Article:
I, on the other hand, felt like it was bound to happen somehow. Renan is the artsy-farsty kind of guy, having recently qualified into an art history program at the University College London, worked as an intern at a recent art fair in Hong Kong with a European company, and apprenticed at a Philippine art restoration project. He lives and breathes art. On his study table are old books on art, photography, and philosophy. Even the pieces of literature he reads are hard to understand — he introduced me to David Foster Wallace and Thomas Pynchon, and I would frequently see him reading books and essays that would otherwise lull me to sleep or leave me wondering, "Did I just not get that?"

Trauma

Trauma Ward, PGH

THE TRAUMA WARD, in all its blinding whiteness, resembles some scenes from shows I enjoyed watching in the past—namely, Downton Abbey where Lady Edith Crawley distributed letters among wounded soldiers, many of them with bandaged heads like Lazarus; and Atonement where the young nurse Briony Tallis changed the sheets and brushed the bed pans as the stern chief nurse, also a nun, looked on.


Now, you may laugh at me for saying this, but being in the midst of broken bones and lacerated bowels for a week made me feel like I was brought back to the World War One years, only that I did not care for dying soldiers who fought for their countrymen, but for patients who sustained multiple injuries due to reasons vastly different from heroism.

The Palma Hall that was

WHEN I WAS STUDYING at the University of the Philippines Diliman, I spent a lot of time at Palma Hall, or what we non-freshmen people called AS (short for Arts and Sciences; it used to be the home of the College of Arts and Sciences, if my memory serves me right). When I was a freshman, my brother had to force me to call it "AS" lest people think I was a newbie and trick me into rushing to the non-existent TBA building.


I took my English, Geography, Linguistics, Kasaysayan, Communications, Art Studies, among other General Education classes there. I invested a lot of happy memories in its halls, mostly of meeting random classmates in old, non-airconditioned classrooms; sitting on the cold, red floor to finish a good book while waiting for classes to begin; and buying blue books for Php 2 from a certain manong at the second floor.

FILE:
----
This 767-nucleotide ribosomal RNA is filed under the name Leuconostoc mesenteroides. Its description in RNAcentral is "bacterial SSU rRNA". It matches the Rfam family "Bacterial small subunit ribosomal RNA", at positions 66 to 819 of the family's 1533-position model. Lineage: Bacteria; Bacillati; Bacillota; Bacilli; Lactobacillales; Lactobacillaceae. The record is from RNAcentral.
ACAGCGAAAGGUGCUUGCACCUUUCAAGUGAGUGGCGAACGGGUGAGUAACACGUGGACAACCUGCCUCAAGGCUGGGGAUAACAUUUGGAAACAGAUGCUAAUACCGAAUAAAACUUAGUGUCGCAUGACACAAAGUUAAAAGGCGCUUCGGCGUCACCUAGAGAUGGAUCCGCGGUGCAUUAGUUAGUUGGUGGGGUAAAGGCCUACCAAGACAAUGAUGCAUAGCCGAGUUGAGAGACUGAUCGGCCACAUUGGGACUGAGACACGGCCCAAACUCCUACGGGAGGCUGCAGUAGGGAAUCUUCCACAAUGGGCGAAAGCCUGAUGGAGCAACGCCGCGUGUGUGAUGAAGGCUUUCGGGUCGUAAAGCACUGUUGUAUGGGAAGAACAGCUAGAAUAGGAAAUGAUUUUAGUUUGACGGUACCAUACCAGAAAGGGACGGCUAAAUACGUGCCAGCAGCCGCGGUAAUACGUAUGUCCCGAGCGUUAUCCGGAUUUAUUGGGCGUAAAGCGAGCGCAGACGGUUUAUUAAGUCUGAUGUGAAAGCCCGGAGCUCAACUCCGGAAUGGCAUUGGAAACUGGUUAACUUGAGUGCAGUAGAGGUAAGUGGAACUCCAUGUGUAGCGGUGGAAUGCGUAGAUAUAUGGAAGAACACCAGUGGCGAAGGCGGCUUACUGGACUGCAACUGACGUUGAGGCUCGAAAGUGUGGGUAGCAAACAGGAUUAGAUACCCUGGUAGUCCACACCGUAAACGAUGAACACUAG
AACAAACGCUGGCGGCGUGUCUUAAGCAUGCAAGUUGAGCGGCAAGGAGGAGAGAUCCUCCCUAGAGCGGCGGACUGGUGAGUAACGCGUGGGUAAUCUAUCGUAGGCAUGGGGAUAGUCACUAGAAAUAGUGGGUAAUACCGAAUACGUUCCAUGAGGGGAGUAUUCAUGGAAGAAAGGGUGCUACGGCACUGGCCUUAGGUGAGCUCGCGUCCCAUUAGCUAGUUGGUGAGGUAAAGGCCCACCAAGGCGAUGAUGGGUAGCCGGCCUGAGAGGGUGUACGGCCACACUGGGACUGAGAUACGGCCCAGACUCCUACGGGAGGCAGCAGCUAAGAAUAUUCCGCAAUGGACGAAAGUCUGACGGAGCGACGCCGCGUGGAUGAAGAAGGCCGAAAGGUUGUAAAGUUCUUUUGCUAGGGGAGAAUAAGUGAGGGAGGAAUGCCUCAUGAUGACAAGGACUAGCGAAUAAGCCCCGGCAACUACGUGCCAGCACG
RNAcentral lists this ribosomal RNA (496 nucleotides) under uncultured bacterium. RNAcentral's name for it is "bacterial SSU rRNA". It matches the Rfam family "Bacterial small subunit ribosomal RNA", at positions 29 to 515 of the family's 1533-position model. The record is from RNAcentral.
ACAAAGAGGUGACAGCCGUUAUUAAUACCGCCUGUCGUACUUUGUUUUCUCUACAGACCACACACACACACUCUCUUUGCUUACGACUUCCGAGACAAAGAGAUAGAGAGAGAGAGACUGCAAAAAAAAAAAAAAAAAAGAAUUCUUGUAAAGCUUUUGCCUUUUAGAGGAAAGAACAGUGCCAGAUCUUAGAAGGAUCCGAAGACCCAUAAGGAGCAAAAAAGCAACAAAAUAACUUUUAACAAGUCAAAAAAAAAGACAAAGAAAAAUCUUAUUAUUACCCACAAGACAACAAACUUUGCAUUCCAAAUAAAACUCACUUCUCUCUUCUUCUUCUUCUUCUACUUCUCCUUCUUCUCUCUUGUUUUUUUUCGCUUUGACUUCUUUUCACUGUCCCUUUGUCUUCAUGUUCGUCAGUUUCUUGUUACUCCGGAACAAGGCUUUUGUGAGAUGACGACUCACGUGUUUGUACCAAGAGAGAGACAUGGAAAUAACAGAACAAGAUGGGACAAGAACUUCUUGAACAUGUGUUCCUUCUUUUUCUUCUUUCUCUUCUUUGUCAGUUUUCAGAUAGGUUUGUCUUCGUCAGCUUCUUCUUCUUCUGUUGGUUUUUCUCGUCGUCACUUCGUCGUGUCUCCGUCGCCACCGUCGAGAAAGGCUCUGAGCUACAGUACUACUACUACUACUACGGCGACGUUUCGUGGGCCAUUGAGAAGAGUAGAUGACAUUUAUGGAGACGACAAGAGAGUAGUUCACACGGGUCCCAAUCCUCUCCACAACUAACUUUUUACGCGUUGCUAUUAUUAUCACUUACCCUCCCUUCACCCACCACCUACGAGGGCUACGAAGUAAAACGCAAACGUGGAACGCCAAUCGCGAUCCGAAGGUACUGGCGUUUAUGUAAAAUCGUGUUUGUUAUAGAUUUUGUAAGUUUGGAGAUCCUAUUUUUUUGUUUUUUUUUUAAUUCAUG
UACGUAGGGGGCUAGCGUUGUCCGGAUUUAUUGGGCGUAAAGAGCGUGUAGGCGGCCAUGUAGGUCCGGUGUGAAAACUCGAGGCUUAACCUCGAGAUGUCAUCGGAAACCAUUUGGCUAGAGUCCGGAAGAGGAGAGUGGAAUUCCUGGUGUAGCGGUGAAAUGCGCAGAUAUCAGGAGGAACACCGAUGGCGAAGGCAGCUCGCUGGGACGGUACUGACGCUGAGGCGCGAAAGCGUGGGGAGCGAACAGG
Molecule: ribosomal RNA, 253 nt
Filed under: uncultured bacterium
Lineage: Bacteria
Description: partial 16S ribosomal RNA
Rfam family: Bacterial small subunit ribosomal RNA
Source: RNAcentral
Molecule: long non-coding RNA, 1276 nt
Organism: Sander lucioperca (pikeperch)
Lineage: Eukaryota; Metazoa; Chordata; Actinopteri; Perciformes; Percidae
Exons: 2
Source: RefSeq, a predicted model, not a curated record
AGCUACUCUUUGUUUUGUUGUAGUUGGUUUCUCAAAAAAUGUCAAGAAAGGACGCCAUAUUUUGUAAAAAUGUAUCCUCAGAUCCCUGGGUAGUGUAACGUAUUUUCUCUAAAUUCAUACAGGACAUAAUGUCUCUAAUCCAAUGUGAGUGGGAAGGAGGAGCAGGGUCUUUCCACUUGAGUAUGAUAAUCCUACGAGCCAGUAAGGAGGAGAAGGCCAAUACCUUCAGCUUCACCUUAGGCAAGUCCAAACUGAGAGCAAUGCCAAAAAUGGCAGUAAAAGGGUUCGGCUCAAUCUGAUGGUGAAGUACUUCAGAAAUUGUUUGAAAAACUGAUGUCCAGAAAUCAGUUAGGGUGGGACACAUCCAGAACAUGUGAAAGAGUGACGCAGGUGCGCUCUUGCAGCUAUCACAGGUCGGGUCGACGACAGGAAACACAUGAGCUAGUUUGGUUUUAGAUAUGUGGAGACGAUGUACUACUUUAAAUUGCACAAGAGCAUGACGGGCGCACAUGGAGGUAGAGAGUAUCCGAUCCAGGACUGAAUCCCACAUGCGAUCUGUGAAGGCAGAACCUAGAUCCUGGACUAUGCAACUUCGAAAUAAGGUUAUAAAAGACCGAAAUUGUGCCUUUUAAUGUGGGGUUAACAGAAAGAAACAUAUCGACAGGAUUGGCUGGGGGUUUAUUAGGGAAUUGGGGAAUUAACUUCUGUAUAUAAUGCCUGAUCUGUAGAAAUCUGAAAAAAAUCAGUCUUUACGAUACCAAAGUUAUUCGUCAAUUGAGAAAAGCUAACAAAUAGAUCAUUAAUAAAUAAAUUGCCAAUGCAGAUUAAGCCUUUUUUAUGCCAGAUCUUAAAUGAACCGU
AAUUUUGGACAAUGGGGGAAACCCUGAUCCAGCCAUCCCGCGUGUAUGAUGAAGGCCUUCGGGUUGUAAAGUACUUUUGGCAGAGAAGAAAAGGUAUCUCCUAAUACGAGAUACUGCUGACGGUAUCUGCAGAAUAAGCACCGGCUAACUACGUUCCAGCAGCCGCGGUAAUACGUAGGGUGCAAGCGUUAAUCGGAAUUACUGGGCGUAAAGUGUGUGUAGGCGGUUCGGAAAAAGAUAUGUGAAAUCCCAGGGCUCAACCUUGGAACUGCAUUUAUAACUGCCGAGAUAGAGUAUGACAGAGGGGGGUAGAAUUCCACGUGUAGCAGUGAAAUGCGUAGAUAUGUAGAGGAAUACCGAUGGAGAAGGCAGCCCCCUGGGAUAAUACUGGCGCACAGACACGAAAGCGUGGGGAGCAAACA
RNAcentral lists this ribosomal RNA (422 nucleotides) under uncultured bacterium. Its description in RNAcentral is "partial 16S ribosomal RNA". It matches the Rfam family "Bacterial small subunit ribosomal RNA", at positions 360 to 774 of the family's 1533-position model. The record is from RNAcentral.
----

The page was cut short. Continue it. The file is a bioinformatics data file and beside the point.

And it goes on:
Week 26, 2012: What's inside my bag

MY FRIENDS were in disbelief when they realized I had stopped borrowing things from them. I don't like carrying bags; I want both my hands free. I would go to class empty-handed if that were possible. And then clerkship came where I had to somehow invest in doctor-things lest I become a mere space-occupying lesion in PGH. Inspired by What's In Your Bag Flickr group, I'm sharing the contents of my bag. Whether they speak a lot about me is a matter of philosophical interest—the truth is, I just bring these things around because I need them.

Sampung payo

I COULD NOT RESIST not linking to Sir Bats' blog entry, Sampung Payo Para Sa Mga Bagong Medical Clerk (10 Pieces of Advice for the New Medical Clerks), because it applies to my everyday experiences. Dr. Baticulon, a neurosurgery resident in PGH, owns one of the most fascinating blogs about life in medical training. His archive has priceless entries on med school, tips on taking exams, and unforgettable patient encounters. My favorites are those written in Filipino. They're well-thought out, sincere, and heart-wrenching—and I can relate to a lot of them because I'm familiar with the third-world hospital context of his stories.

I may have bumped into him when we referred a patient with head injury to Neurosurgery this morning, but I was too shy to start any conversation that began with, "Hello, Sir, I read your blog." (I—or was it Franco?—was also busy assisting an intern make an improvised neck brace made of cardboard which, when fitted on the patient, made her look like Magneto.)

Week 25, 2012: Surgery call room

I like taking candid shots of people who don't realize they're being photographed. Having a portable gadget like the iPod, in my case, makes it easier to do. I still wish I have a proper camera, though: the big ones that weigh heavier than neonates recently pulled out from their mothers' wombs.

While killing time at our call room in Ward Four, I snapped these portraits of Casti, Marv, Bj, and Jegar. I guess my blockmates have come to accept the fact that their lives during clerkship will be documented properly. So those guys had better not mess with me, or their faces during the unholiest hours will be posted here for all the world to see.

week 25, 2012: Casti and Marv

Never giving up

I'm at the Observation Unit (OU) of the Emergency Room, monitoring some of the patients' vital signs. It's 11 pm. The air is humid, smelling of blood, sweat, vomit, antiseptics, all at the same time. All stretcher beds are occupied. Everyone on my team is busy with something—extracting blood, writing lab request forms, taking clinical histories, or stitching head lacerations of drunk motorcycle drivers from Cavite.

Near the OU entrance is a 40-something woman crying silently beside the intubated man on the steel stretcher. With an Ambu bag, she manually pumps air into a man's mouth. She has been doing so for two hours now. Her hands must be sore.